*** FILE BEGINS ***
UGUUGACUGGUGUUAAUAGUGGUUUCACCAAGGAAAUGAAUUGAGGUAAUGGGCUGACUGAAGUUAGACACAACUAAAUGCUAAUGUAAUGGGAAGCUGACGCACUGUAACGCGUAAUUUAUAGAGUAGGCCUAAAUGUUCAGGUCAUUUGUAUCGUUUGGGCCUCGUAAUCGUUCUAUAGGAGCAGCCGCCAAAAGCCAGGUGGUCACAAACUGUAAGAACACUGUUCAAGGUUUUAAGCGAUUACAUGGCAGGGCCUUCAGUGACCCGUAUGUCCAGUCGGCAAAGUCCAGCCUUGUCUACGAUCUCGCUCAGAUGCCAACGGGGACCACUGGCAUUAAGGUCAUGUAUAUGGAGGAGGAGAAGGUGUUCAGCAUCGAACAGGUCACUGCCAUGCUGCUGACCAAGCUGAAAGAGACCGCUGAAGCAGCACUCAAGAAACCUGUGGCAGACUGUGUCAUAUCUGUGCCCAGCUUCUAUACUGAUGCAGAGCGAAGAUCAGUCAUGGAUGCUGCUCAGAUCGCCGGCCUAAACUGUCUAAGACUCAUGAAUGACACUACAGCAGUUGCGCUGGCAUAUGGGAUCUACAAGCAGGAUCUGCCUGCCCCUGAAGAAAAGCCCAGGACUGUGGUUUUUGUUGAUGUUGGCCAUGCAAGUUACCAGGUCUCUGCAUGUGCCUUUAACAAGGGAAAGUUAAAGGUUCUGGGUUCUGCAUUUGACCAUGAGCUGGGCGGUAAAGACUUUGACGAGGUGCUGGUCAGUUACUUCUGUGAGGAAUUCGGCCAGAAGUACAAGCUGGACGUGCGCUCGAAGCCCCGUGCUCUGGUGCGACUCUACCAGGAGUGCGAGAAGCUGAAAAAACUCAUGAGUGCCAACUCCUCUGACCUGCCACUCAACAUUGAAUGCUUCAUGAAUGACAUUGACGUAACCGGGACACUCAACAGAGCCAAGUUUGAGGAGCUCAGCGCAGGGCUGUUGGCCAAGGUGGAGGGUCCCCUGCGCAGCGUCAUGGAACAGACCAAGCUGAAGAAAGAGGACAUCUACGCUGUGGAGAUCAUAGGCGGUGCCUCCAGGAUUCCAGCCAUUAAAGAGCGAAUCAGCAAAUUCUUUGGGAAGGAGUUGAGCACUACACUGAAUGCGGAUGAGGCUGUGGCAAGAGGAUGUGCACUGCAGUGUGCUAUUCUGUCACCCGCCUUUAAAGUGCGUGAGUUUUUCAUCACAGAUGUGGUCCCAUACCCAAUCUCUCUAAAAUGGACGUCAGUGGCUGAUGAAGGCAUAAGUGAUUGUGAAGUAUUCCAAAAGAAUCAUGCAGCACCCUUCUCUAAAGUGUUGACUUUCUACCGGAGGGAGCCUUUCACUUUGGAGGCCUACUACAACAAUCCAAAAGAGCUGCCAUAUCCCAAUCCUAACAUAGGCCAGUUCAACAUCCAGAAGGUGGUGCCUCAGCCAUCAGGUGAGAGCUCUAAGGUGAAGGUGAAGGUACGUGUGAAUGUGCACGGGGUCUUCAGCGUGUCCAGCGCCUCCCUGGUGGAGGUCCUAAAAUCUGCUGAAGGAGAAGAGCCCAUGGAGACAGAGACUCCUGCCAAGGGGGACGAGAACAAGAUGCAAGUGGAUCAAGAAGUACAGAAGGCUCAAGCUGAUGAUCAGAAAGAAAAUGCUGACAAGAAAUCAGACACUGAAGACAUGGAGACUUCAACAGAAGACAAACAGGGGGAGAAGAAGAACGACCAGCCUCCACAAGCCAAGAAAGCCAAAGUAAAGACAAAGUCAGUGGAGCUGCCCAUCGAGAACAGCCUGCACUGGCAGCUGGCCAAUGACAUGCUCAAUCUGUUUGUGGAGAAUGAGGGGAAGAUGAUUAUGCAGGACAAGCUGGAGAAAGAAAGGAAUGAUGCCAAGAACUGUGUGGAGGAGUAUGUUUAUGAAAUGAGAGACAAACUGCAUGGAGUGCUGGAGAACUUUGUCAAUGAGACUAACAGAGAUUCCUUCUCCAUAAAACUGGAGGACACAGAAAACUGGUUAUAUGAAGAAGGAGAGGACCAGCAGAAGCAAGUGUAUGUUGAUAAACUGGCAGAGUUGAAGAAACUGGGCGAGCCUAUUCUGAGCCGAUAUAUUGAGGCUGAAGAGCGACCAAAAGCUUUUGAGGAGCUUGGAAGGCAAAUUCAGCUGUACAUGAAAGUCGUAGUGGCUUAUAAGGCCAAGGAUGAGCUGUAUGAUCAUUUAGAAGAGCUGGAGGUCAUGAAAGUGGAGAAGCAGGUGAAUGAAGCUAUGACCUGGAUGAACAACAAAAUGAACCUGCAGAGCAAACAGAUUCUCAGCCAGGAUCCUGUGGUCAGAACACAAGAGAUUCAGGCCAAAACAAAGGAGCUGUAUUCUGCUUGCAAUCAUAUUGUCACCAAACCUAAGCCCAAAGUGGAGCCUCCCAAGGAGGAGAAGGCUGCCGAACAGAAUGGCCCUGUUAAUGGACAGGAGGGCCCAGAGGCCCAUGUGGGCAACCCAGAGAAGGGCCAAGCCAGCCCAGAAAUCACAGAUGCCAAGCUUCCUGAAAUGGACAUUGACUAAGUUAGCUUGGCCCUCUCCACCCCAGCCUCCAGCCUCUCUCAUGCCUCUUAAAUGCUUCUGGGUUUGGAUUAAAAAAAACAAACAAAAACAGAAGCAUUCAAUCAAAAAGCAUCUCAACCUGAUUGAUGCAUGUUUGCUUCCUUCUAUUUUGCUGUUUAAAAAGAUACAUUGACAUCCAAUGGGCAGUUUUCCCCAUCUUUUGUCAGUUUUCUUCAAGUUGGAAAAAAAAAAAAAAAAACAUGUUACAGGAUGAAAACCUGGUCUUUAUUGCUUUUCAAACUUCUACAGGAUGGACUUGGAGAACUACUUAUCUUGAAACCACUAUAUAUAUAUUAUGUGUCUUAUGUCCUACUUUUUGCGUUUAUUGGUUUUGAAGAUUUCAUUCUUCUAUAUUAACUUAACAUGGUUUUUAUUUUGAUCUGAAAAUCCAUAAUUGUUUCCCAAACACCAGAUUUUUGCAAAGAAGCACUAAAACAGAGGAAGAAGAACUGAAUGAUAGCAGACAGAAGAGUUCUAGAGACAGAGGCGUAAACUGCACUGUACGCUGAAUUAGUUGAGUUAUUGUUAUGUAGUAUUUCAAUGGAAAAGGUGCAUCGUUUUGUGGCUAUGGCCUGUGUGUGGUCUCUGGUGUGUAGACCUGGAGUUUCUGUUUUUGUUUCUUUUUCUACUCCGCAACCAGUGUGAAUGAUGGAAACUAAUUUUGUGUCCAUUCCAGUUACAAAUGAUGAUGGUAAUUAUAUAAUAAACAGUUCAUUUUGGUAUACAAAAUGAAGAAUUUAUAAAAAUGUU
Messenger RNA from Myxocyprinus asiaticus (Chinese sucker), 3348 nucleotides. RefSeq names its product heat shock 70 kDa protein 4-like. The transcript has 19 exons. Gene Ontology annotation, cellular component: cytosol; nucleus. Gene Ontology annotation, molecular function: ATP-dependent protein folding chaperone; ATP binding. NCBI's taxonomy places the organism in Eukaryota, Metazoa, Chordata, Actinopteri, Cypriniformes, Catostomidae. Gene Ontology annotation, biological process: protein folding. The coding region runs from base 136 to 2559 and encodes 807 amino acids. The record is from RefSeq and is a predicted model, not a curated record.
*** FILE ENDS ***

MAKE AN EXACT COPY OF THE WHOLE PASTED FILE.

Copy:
UGUUGACUGGUGUUAAUAGUGGUUUCACCAAGGAAAUGAAUUGAGGUAAUGGGCUGACUGAAGUUAGACACAACUAAAUGCUAAUGUAAUGGGAAGCUGACGCACUGUAACGCGUAAUUUAUAGAGUAGGCCUAAAUGUUCAGGUCAUUUGUAUCGUUUGGGCCUCGUAAUCGUUCUAUAGGAGCAGCCGCCAAAAGCCAGGUGGUCACAAACUGUAAGAACACUGUUCAAGGUUUUAAGCGAUUACAUGGCAGGGCCUUCAGUGACCCGUAUGUCCAGUCGGCAAAGUCCAGCCUUGUCUACGAUCUCGCUCAGAUGCCAACGGGGACCACUGGCAUUAAGGUCAUGUAUAUGGAGGAGGAGAAGGUGUUCAGCAUCGAACAGGUCACUGCCAUGCUGCUGACCAAGCUGAAAGAGACCGCUGAAGCAGCACUCAAGAAACCUGUGGCAGACUGUGUCAUAUCUGUGCCCAGCUUCUAUACUGAUGCAGAGCGAAGAUCAGUCAUGGAUGCUGCUCAGAUCGCCGGCCUAAACUGUCUAAGACUCAUGAAUGACACUACAGCAGUUGCGCUGGCAUAUGGGAUCUACAAGCAGGAUCUGCCUGCCCCUGAAGAAAAGCCCAGGACUGUGGUUUUUGUUGAUGUUGGCCAUGCAAGUUACCAGGUCUCUGCAUGUGCCUUUAACAAGGGAAAGUUAAAGGUUCUGGGUUCUGCAUUUGACCAUGAGCUGGGCGGUAAAGACUUUGACGAGGUGCUGGUCAGUUACUUCUGUGAGGAAUUCGGCCAGAAGUACAAGCUGGACGUGCGCUCGAAGCCCCGUGCUCUGGUGCGACUCUACCAGGAGUGCGAGAAGCUGAAAAAACUCAUGAGUGCCAACUCCUCUGACCUGCCACUCAACAUUGAAUGCUUCAUGAAUGACAUUGACGUAACCGGGACACUCAACAGAGCCAAGUUUGAGGAGCUCAGCGCAGGGCUGUUGGCCAAGGUGGAGGGUCCCCUGCGCAGCGUCAUGGAACAGACCAAGCUGAAGAAAGAGGACAUCUACGCUGUGGAGAUCAUAGGCGGUGCCUCCAGGAUUCCAGCCAUUAAAGAGCGAAUCAGCAAAUUCUUUGGGAAGGAGUUGAGCACUACACUGAAUGCGGAUGAGGCUGUGGCAAGAGGAUGUGCACUGCAGUGUGCUAUUCUGUCACCCGCCUUUAAAGUGCGUGAGUUUUUCAUCACAGAUGUGGUCCCAUACCCAAUCUCUCUAAAAUGGACGUCAGUGGCUGAUGAAGGCAUAAGUGAUUGUGAAGUAUUCCAAAAGAAUCAUGCAGCACCCUUCUCUAAAGUGUUGACUUUCUACCGGAGGGAGCCUUUCACUUUGGAGGCCUACUACAACAAUCCAAAAGAGCUGCCAUAUCCCAAUCCUAACAUAGGCCAGUUCAACAUCCAGAAGGUGGUGCCUCAGCCAUCAGGUGAGAGCUCUAAGGUGAAGGUGAAGGUACGUGUGAAUGUGCACGGGGUCUUCAGCGUGUCCAGCGCCUCCCUGGUGGAGGUCCUAAAAUCUGCUGAAGGAGAAGAGCCCAUGGAGACAGAGACUCCUGCCAAGGGGGACGAGAACAAGAUGCAAGUGGAUCAAGAAGUACAGAAGGCUCAAGCUGAUGAUCAGAAAGAAAAUGCUGACAAGAAAUCAGACACUGAAGACAUGGAGACUUCAACAGAAGACAAACAGGGGGAGAAGAAGAACGACCAGCCUCCACAAGCCAAGAAAGCCAAAGUAAAGACAAAGUCAGUGGAGCUGCCCAUCGAGAACAGCCUGCACUGGCAGCUGGCCAAUGACAUGCUCAAUCUGUUUGUGGAGAAUGAGGGGAAGAUGAUUAUGCAGGACAAGCUGGAGAAAGAAAGGAAUGAUGCCAAGAACUGUGUGGAGGAGUAUGUUUAUGAAAUGAGAGACAAACUGCAUGGAGUGCUGGAGAACUUUGUCAAUGAGACUAACAGAGAUUCCUUCUCCAUAAAACUGGAGGACACAGAAAACUGGUUAUAUGAAGAAGGAGAGGACCAGCAGAAGCAAGUGUAUGUUGAUAAACUGGCAGAGUUGAAGAAACUGGGCGAGCCUAUUCUGAGCCGAUAUAUUGAGGCUGAAGAGCGACCAAAAGCUUUUGAGGAGCUUGGAAGGCAAAUUCAGCUGUACAUGAAAGUCGUAGUGGCUUAUAAGGCCAAGGAUGAGCUGUAUGAUCAUUUAGAAGAGCUGGAGGUCAUGAAAGUGGAGAAGCAGGUGAAUGAAGCUAUGACCUGGAUGAACAACAAAAUGAACCUGCAGAGCAAACAGAUUCUCAGCCAGGAUCCUGUGGUCAGAACACAAGAGAUUCAGGCCAAAACAAAGGAGCUGUAUUCUGCUUGCAAUCAUAUUGUCACCAAACCUAAGCCCAAAGUGGAGCCUCCCAAGGAGGAGAAGGCUGCCGAACAGAAUGGCCCUGUUAAUGGACAGGAGGGCCCAGAGGCCCAUGUGGGCAACCCAGAGAAGGGCCAAGCCAGCCCAGAAAUCACAGAUGCCAAGCUUCCUGAAAUGGACAUUGACUAAGUUAGCUUGGCCCUCUCCACCCCAGCCUCCAGCCUCUCUCAUGCCUCUUAAAUGCUUCUGGGUUUGGAUUAAAAAAAACAAACAAAAACAGAAGCAUUCAAUCAAAAAGCAUCUCAACCUGAUUGAUGCAUGUUUGCUUCCUUCUAUUUUGCUGUUUAAAAAGAUACAUUGACAUCCAAUGGGCAGUUUUCCCCAUCUUUUGUCAGUUUUCUUCAAGUUGGAAAAAAAAAAAAAAAAACAUGUUACAGGAUGAAAACCUGGUCUUUAUUGCUUUUCAAACUUCUACAGGAUGGACUUGGAGAACUACUUAUCUUGAAACCACUAUAUAUAUAUUAUGUGUCUUAUGUCCUACUUUUUGCGUUUAUUGGUUUUGAAGAUUUCAUUCUUCUAUAUUAACUUAACAUGGUUUUUAUUUUGAUCUGAAAAUCCAUAAUUGUUUCCCAAACACCAGAUUUUUGCAAAGAAGCACUAAAACAGAGGAAGAAGAACUGAAUGAUAGCAGACAGAAGAGUUCUAGAGACAGAGGCGUAAACUGCACUGUACGCUGAAUUAGUUGAGUUAUUGUUAUGUAGUAUUUCAAUGGAAAAGGUGCAUCGUUUUGUGGCUAUGGCCUGUGUGUGGUCUCUGGUGUGUAGACCUGGAGUUUCUGUUUUUGUUUCUUUUUCUACUCCGCAACCAGUGUGAAUGAUGGAAACUAAUUUUGUGUCCAUUCCAGUUACAAAUGAUGAUGGUAAUUAUAUAAUAAACAGUUCAUUUUGGUAUACAAAAUGAAGAAUUUAUAAAAAUGUU
Messenger RNA from Myxocyprinus asiaticus (Chinese sucker), 3348 nucleotides. RefSeq names its product heat shock 70 kDa protein 4-like. The transcript has 19 exons. Gene Ontology annotation, cellular component: cytosol; nucleus. Gene Ontology annotation, molecular function: ATP-dependent protein folding chaperone; ATP binding. NCBI's taxonomy places the organism in Eukaryota, Metazoa, Chordata, Actinopteri, Cypriniformes, Catostomidae. Gene Ontology annotation, biological process: protein folding. The coding region runs from base 136 to 2559 and encodes 807 amino acids. The record is from RefSeq and is a predicted model, not a curated record.